I'm going to say that i think that'll work for you Smitters. You've got years of base endurance already in the bag, clearly, so i think shocking the body with a new stimulus, building that strength that comes with speed and then overlaying with endurance will work well.

Let's be honest, with most reasonably trained ultra runners, with some sort of background in the sport, it's not what we'd describe as traditional 'fitness' that is the limiter. At the speeds most of us are going, the limiter is conditioning of the muscles, tendons, ligaments etc, mental fortitude and then strength endurance - well that's my take on it anyway.

I've got a last couple of decent sessions planned this week, and am about 12 days from race day. Doing a track session on Thurs (won't add anything to the race fitness, i just want to chase some of my old speed back for some shorter stuff in the summer) and a hilly 19km run on the route nice and steady. Then a proper easy week's taper and see how it goes!

Was looking back over some of my training since my injury, and even though it's totally obvious, sometimes it's nice to get that benchmarked indication of fitness improvements.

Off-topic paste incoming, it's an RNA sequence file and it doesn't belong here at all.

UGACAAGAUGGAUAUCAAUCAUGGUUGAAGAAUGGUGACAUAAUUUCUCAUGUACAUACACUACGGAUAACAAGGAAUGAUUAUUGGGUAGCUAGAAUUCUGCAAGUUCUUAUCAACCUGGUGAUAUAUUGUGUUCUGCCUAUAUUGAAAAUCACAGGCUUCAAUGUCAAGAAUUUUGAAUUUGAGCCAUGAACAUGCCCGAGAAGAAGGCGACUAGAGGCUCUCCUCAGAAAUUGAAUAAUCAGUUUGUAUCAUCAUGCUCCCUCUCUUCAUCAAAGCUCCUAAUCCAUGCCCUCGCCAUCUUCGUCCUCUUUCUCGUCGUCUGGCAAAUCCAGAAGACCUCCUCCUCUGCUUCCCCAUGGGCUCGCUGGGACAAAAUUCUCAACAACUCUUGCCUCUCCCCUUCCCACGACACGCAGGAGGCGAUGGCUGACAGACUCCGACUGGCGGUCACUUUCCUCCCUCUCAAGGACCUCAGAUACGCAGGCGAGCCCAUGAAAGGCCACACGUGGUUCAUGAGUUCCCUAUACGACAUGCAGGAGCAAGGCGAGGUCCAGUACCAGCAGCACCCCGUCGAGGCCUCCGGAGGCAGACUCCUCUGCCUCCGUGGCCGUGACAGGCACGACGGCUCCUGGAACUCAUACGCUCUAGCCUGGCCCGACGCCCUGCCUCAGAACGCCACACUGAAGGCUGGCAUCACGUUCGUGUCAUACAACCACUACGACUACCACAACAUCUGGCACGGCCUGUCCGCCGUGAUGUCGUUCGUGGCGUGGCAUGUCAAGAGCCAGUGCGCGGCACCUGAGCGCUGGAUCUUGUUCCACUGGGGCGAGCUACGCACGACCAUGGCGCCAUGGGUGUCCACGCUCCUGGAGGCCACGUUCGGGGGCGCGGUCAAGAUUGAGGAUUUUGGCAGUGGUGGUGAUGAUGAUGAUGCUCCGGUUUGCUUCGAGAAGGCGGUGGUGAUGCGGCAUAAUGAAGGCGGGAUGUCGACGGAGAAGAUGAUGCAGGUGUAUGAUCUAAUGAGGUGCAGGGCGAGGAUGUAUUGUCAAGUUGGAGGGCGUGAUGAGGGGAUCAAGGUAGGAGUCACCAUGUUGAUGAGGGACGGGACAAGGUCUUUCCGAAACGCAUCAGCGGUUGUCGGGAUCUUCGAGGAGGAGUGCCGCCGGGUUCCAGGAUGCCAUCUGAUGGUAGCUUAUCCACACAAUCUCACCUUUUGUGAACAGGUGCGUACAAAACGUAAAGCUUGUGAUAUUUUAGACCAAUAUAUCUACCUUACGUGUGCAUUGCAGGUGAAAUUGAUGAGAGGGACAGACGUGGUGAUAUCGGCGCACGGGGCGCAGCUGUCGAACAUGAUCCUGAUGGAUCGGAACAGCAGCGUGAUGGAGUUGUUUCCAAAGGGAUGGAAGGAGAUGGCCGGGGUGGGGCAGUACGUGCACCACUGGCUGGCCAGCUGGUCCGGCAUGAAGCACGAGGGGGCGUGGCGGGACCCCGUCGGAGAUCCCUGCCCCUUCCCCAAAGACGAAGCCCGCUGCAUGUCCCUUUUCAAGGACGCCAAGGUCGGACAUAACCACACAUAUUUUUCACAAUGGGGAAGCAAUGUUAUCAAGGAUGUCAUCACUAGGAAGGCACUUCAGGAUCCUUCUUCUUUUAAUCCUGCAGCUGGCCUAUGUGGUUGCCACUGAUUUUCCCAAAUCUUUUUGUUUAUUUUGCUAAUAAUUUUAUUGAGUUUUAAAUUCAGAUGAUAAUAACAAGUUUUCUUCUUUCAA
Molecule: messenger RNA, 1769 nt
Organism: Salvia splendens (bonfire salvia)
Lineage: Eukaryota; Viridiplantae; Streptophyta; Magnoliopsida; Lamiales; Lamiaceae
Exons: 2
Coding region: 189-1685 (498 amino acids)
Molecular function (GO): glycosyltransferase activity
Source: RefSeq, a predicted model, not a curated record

Found a 10km on the track i did about 3 months ago, a few weeks after the injury. I did a hard 10km this sunday so compared the two. Both pretty much as hard as i could for a solo run.

Latest run was: 15 secs/km faster, almost 100m elevation vs track, 10 beats lower HR avg and off the back of bigger volume and intensity of previous weeks' training. Obvious, but positive nonetheless!
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p00key




Joined: 24 Feb 2005
Posts: 3873
Location: The North

PostPosted: Wed Mar 27, 2019 11:47 am    Post subject: Reply with quote

Having a bit of nightmare at the moment blacked out when running last week - so have to have tests to find out why - luckily we have private healthcare at work . So should find out sooner rather than later . But I'm not allowed to run until we find the cause... TP100 5 weeks .....
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doug




Joined: 07 Jan 2004
Posts: 15159
Location: Harrow (Doonhamer in exile)

PostPosted: Wed Mar 27, 2019 12:04 pm    Post subject: Reply with quote

Sorry to hear that p00key, hope all is well